Overall Performance 



2 
2 
2 
2 
2 
2 
2 
2 
2 
2 



3 

3 

3 

3 ' 

3 

3 

3 

3 

3 

3 



4 
4 
4 
4 
4 
4 
4 
4 
4 
4 



TOTAL 



ACCURACY (SUBTRACT UP TO 4 POINTS) 



FINAL SCORE 



[PHOTOCOPY THIS PAGE AS NECESSARY] 



NATIONAL RECITATION CONTEST 15 



f. 




YUSEF K 



What lips my lips have kissed, and where, and why, 
I have forgotten, and what arms have Iain 
Under my head till morning. 



EDNA ST. VINCENT MILLAY 




16 POETRY OUT LOUD 



NCTE ENGLISH LANGUAGE ARTS STANDARDS 



Poetry Out Loud fulfills the following NCTE Standards: 1, 2, 3, 4, 6, 8, 9, 10, 11, 12. Teachers who make 
use of the optional writing activities and lesson plans found at www.poetryoutIoud.org will also satisfy 
Standard #5. 



1 Students read a wide range of print and 
non-print texts to build an understanding 
of texts, of themselves, and of the cultures 
of the United States and the world; to acquire 
new information; to respond to the needs 
and demands of society and the workplace; 
and for personal fulfillment. Among these 
texts are fiction and nonfiction, classic and 
contemporary works. 

2 Students read a wide range of literature 
from many periods in many genres to build 
an understanding of the many dimensions 
(e.g., philosophical, ethical, aesthetic) 

of human experience. 

3 Students apply a wide range of strategies 
to comprehend, interpret, evaluate, and 
appreciate texts. They draw on their prior 
experience, their interactions with other 
readers and writers, their knowledge of 
word meaning and of other texts, their 
word identification strategies, and their 
understanding of textual features (e.g., 
sound-letter correspondence, sentence 
structure, context, graphics). 

4 Students adjust their use of spoken, written, 
and visual language (e.g., conventions, style, 
vocabulary) to communicate effectively 
with a variety of audiences and for different 
purposes. 

5 Students employ a wide range of strategies as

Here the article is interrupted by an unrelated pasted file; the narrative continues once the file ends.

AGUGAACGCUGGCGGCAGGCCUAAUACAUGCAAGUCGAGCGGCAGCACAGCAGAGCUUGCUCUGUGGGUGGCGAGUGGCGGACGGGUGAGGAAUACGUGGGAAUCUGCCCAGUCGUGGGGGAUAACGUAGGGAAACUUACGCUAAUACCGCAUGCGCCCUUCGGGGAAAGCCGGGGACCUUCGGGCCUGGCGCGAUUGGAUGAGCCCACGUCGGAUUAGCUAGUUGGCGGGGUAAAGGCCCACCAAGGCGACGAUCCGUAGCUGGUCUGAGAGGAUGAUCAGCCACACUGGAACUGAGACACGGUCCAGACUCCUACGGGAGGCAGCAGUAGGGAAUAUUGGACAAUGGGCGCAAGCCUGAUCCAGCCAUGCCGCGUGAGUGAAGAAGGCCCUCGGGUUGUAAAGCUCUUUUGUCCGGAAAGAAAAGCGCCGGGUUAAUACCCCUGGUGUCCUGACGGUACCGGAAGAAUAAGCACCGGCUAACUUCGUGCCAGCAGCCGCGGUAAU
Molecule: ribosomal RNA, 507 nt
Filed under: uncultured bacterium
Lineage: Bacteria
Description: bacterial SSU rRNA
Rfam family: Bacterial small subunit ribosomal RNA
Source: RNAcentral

they write and use different writing process 
elements appropriately to communicate with 
different audiences for a variety of purposes. 

6 Students apply knowledge of language 
structure, language conventions (e.g., 



spelling and punctuation), media techniques, 
figurative language, and genre to create, 
critique, and discuss print and non-print texts. 

7 Students conduct research on issues and 
interests by generating ideas and questions, 
and by posing problems. They gather, 
evaluate, and synthesize data from a variety 
of sources (e.g., print and non-print texts, 
artifacts, people) to communicate their 
discoveries in ways that suit their purpose 
and audience. 

8 Students use a variety of technological 
and information resources (e.g., libraries, 
databases, computer networks, video) 

to gather and synthesize information and 
to create and communicate knowledge. 

9 Students develop an understanding of 
and respect for diversity in language use, 
patterns, and dialects across cultures, ethnic 
groups, geographic regions, and social roles. 

10 Students whose first language is not English 
make use of their first language to develop 
competency in the English language arts and 
to develop understanding of content across 
the curriculum. 

11 Students participate as knowledgeable, 
reflective, creative, and critical members 
of a variety of literacy communities. 

12 Students use spoken, written, and visual 
language to accomplish their own purposes 
(e.g., for learning, enjoyment, persuasion, 
and the exchange of information). 



NATIONAL RECITATION CONTEST 17 



To pray you open your whole self 
To sky, to earth, to sun, to moon 
To one whole voice that is you. 

JOY HARJO 




18 POETRY OUT LOUD